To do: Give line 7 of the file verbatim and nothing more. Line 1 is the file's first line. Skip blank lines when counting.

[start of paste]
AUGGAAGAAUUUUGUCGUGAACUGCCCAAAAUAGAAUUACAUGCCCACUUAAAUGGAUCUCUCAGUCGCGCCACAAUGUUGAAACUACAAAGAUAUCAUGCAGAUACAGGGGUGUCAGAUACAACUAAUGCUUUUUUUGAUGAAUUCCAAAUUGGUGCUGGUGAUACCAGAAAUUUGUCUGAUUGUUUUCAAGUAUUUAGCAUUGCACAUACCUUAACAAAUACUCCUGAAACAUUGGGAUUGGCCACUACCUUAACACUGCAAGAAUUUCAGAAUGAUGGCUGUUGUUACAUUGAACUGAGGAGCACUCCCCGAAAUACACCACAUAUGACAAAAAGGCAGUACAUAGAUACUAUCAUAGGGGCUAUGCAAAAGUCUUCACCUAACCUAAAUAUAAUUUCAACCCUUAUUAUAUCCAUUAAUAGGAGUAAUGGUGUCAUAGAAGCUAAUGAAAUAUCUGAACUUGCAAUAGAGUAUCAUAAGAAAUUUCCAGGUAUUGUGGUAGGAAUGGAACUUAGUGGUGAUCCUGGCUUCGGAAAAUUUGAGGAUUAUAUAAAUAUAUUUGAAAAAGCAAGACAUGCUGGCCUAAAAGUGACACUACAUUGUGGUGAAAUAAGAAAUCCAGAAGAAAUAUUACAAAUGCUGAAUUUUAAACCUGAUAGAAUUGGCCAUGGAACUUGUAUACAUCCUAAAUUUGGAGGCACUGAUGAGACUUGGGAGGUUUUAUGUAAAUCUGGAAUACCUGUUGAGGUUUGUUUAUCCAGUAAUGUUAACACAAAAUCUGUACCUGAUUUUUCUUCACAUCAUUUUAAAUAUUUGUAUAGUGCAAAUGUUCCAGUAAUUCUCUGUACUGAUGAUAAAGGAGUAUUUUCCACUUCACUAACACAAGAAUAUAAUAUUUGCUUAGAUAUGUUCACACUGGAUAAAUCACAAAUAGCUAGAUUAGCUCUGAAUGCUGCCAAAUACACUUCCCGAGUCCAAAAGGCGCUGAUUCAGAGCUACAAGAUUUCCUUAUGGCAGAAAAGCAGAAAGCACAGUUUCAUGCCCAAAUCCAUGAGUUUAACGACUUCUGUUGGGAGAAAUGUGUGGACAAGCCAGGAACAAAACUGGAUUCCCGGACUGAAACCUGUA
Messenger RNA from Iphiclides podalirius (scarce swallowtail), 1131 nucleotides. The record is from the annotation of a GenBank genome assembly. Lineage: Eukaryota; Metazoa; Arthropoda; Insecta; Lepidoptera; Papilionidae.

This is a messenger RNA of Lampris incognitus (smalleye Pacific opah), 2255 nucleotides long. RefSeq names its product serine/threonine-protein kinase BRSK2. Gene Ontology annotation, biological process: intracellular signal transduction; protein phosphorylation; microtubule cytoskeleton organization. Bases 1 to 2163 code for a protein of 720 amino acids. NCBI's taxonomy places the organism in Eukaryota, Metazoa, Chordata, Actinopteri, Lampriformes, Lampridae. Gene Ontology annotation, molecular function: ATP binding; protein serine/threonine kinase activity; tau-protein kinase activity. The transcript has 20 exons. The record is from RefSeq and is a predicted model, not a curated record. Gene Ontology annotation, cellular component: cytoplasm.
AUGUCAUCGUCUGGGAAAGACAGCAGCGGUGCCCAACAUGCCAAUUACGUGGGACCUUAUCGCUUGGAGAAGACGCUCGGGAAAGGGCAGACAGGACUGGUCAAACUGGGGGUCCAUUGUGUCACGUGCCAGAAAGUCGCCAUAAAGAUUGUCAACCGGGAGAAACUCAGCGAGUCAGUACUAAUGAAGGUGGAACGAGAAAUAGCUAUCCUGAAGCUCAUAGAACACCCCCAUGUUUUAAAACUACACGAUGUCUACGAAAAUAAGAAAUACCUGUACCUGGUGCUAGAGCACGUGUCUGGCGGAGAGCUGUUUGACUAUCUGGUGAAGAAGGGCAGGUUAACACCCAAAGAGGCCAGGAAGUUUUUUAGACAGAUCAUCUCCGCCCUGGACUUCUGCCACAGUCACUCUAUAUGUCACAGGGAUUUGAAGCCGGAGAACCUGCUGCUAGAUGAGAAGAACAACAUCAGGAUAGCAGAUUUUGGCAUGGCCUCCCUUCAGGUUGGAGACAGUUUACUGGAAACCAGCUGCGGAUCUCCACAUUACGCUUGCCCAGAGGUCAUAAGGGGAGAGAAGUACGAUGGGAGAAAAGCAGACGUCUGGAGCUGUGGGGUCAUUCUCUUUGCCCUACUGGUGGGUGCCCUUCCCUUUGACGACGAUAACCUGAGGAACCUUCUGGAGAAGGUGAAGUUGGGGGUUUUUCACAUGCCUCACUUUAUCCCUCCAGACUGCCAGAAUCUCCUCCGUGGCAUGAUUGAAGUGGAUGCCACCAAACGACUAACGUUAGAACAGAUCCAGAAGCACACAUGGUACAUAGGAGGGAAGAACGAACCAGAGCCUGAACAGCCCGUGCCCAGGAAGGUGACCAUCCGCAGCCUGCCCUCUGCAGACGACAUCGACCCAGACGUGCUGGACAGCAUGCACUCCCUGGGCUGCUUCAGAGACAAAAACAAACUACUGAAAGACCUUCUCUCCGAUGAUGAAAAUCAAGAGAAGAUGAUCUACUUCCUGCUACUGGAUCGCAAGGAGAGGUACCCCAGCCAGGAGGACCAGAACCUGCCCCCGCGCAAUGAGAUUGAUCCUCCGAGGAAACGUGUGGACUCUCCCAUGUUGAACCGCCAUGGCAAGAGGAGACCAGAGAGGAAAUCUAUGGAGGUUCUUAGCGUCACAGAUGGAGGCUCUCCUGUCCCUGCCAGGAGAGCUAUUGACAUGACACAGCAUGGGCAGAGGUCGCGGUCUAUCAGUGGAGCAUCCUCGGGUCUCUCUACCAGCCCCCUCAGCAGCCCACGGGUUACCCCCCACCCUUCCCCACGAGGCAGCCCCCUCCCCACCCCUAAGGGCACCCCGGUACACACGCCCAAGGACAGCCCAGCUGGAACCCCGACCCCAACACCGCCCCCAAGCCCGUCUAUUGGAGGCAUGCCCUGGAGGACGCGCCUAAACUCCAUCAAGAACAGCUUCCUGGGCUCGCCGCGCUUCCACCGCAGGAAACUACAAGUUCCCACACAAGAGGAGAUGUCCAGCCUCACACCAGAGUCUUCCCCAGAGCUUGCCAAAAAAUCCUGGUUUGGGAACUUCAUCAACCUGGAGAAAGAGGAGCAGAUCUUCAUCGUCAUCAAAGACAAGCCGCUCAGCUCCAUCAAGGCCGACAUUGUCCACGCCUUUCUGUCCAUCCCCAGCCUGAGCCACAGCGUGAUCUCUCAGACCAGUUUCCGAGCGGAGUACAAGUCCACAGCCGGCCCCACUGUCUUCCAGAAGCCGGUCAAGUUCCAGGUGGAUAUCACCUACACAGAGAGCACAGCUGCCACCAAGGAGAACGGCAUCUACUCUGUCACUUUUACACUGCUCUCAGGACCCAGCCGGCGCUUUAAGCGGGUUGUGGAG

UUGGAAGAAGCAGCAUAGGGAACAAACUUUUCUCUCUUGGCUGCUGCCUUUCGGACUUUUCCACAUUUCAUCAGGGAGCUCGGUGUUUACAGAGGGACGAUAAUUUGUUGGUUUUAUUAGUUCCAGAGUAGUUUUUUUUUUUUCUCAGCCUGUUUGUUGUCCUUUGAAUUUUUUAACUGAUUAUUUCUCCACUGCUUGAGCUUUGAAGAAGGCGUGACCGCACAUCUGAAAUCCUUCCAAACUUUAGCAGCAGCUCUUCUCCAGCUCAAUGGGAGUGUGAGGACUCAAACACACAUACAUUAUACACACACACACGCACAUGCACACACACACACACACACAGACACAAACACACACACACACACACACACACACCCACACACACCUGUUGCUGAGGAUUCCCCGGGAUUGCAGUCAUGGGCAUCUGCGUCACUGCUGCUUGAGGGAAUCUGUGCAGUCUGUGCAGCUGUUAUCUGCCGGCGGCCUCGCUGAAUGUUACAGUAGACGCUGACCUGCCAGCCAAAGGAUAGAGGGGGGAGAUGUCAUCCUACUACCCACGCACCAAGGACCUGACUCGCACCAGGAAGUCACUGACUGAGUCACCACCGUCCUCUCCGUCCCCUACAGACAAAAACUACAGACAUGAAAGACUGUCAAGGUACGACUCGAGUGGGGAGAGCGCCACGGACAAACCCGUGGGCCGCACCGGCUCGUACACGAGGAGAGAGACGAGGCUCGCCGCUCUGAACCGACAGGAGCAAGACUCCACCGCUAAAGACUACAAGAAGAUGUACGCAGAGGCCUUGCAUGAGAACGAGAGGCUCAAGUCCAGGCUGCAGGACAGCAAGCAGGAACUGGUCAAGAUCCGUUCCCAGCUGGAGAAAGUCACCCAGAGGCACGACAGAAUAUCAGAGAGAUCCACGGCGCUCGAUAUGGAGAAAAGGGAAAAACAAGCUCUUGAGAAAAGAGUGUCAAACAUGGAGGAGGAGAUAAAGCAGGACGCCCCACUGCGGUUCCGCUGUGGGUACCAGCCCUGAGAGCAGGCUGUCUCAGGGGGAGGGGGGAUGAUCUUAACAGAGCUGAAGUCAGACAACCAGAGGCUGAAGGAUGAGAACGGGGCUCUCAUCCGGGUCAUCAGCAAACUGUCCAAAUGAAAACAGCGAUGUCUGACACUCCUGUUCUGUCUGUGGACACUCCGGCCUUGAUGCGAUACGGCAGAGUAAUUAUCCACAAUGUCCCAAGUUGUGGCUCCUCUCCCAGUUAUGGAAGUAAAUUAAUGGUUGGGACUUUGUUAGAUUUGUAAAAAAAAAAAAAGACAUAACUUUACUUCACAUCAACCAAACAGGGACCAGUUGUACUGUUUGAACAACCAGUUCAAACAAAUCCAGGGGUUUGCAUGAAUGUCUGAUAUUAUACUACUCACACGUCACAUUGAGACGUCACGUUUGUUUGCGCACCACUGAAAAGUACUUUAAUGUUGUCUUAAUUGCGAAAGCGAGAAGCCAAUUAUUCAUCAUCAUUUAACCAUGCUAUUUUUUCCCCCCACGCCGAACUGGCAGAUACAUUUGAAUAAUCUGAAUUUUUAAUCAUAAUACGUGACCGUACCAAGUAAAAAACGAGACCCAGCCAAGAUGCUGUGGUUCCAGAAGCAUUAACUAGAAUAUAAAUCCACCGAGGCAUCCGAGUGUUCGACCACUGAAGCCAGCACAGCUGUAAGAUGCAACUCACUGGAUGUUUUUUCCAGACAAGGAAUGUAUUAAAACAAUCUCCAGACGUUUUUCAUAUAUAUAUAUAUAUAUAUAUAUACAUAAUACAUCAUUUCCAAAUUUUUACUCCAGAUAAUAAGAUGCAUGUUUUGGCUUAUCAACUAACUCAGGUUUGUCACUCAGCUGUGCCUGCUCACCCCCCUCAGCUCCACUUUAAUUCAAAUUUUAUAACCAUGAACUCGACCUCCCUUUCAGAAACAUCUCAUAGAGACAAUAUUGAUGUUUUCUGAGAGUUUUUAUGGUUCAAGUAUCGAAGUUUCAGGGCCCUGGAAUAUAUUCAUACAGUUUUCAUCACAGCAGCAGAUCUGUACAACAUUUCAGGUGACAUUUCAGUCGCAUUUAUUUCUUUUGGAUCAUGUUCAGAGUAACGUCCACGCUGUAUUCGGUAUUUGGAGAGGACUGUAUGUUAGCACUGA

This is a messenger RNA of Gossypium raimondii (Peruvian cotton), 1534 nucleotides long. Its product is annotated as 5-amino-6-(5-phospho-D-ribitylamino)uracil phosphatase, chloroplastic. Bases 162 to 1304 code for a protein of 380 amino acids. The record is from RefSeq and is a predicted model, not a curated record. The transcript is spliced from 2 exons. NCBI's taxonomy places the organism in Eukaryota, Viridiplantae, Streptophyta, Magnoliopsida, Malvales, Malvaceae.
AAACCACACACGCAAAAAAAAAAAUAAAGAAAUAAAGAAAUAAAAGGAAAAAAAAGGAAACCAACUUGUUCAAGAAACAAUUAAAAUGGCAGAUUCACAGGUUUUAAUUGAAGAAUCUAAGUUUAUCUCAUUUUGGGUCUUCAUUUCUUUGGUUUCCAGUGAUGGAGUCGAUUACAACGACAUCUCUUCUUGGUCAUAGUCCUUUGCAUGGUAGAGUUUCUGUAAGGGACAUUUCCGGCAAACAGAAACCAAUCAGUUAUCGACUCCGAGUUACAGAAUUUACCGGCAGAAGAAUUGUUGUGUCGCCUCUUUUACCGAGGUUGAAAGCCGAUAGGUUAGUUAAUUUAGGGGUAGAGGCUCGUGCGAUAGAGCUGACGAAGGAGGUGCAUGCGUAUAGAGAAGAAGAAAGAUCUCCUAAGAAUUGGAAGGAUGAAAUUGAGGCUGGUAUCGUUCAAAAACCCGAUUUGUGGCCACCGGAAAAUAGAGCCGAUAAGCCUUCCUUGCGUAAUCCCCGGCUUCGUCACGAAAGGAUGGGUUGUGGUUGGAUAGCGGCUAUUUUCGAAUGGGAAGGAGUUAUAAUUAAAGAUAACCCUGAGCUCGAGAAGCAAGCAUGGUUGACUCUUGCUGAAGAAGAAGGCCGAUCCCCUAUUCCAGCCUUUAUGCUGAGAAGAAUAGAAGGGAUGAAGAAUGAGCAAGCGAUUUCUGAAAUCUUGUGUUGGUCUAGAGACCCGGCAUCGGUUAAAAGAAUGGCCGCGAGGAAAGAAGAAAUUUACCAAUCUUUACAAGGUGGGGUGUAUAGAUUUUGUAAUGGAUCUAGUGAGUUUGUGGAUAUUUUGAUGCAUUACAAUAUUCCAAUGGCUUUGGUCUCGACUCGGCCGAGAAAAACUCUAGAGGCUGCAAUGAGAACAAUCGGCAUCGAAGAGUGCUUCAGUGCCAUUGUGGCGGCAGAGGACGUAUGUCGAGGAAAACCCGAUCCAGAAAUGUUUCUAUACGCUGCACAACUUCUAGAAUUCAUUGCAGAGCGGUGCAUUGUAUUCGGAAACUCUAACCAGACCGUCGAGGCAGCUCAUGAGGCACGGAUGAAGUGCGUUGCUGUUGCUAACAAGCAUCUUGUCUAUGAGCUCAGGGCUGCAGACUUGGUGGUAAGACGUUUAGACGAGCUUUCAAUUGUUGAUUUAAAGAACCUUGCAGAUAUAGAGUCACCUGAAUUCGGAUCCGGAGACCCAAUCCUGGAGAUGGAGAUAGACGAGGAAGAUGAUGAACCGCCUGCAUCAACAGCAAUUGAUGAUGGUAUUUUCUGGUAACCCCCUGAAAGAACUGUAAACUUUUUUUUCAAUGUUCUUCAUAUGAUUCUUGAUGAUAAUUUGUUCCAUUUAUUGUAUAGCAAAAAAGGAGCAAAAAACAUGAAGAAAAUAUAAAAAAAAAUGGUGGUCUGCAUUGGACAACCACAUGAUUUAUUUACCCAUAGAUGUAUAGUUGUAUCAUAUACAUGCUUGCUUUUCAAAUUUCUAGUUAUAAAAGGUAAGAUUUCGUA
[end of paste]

AAACCACACACGCAAAAAAAAAAAUAAAGAAAUAAAGAAAUAAAAGGAAAAAAAAGGAAACCAACUUGUUCAAGAAACAAUUAAAAUGGCAGAUUCACAGGUUUUAAUUGAAGAAUCUAAGUUUAUCUCAUUUUGGGUCUUCAUUUCUUUGGUUUCCAGUGAUGGAGUCGAUUACAACGACAUCUCUUCUUGGUCAUAGUCCUUUGCAUGGUAGAGUUUCUGUAAGGGACAUUUCCGGCAAACAGAAACCAAUCAGUUAUCGACUCCGAGUUACAGAAUUUACCGGCAGAAGAAUUGUUGUGUCGCCUCUUUUACCGAGGUUGAAAGCCGAUAGGUUAGUUAAUUUAGGGGUAGAGGCUCGUGCGAUAGAGCUGACGAAGGAGGUGCAUGCGUAUAGAGAAGAAGAAAGAUCUCCUAAGAAUUGGAAGGAUGAAAUUGAGGCUGGUAUCGUUCAAAAACCCGAUUUGUGGCCACCGGAAAAUAGAGCCGAUAAGCCUUCCUUGCGUAAUCCCCGGCUUCGUCACGAAAGGAUGGGUUGUGGUUGGAUAGCGGCUAUUUUCGAAUGGGAAGGAGUUAUAAUUAAAGAUAACCCUGAGCUCGAGAAGCAAGCAUGGUUGACUCUUGCUGAAGAAGAAGGCCGAUCCCCUAUUCCAGCCUUUAUGCUGAGAAGAAUAGAAGGGAUGAAGAAUGAGCAAGCGAUUUCUGAAAUCUUGUGUUGGUCUAGAGACCCGGCAUCGGUUAAAAGAAUGGCCGCGAGGAAAGAAGAAAUUUACCAAUCUUUACAAGGUGGGGUGUAUAGAUUUUGUAAUGGAUCUAGUGAGUUUGUGGAUAUUUUGAUGCAUUACAAUAUUCCAAUGGCUUUGGUCUCGACUCGGCCGAGAAAAACUCUAGAGGCUGCAAUGAGAACAAUCGGCAUCGAAGAGUGCUUCAGUGCCAUUGUGGCGGCAGAGGACGUAUGUCGAGGAAAACCCGAUCCAGAAAUGUUUCUAUACGCUGCACAACUUCUAGAAUUCAUUGCAGAGCGGUGCAUUGUAUUCGGAAACUCUAACCAGACCGUCGAGGCAGCUCAUGAGGCACGGAUGAAGUGCGUUGCUGUUGCUAACAAGCAUCUUGUCUAUGAGCUCAGGGCUGCAGACUUGGUGGUAAGACGUUUAGACGAGCUUUCAAUUGUUGAUUUAAAGAACCUUGCAGAUAUAGAGUCACCUGAAUUCGGAUCCGGAGACCCAAUCCUGGAGAUGGAGAUAGACGAGGAAGAUGAUGAACCGCCUGCAUCAACAGCAAUUGAUGAUGGUAUUUUCUGGUAACCCCCUGAAAGAACUGUAAACUUUUUUUUCAAUGUUCUUCAUAUGAUUCUUGAUGAUAAUUUGUUCCAUUUAUUGUAUAGCAAAAAAGGAGCAAAAAACAUGAAGAAAAUAUAAAAAAAAAUGGUGGUCUGCAUUGGACAACCACAUGAUUUAUUUACCCAUAGAUGUAUAGUUGUAUCAUAUACAUGCUUGCUUUUCAAAUUUCUAGUUAUAAAAGGUAAGAUUUCGUA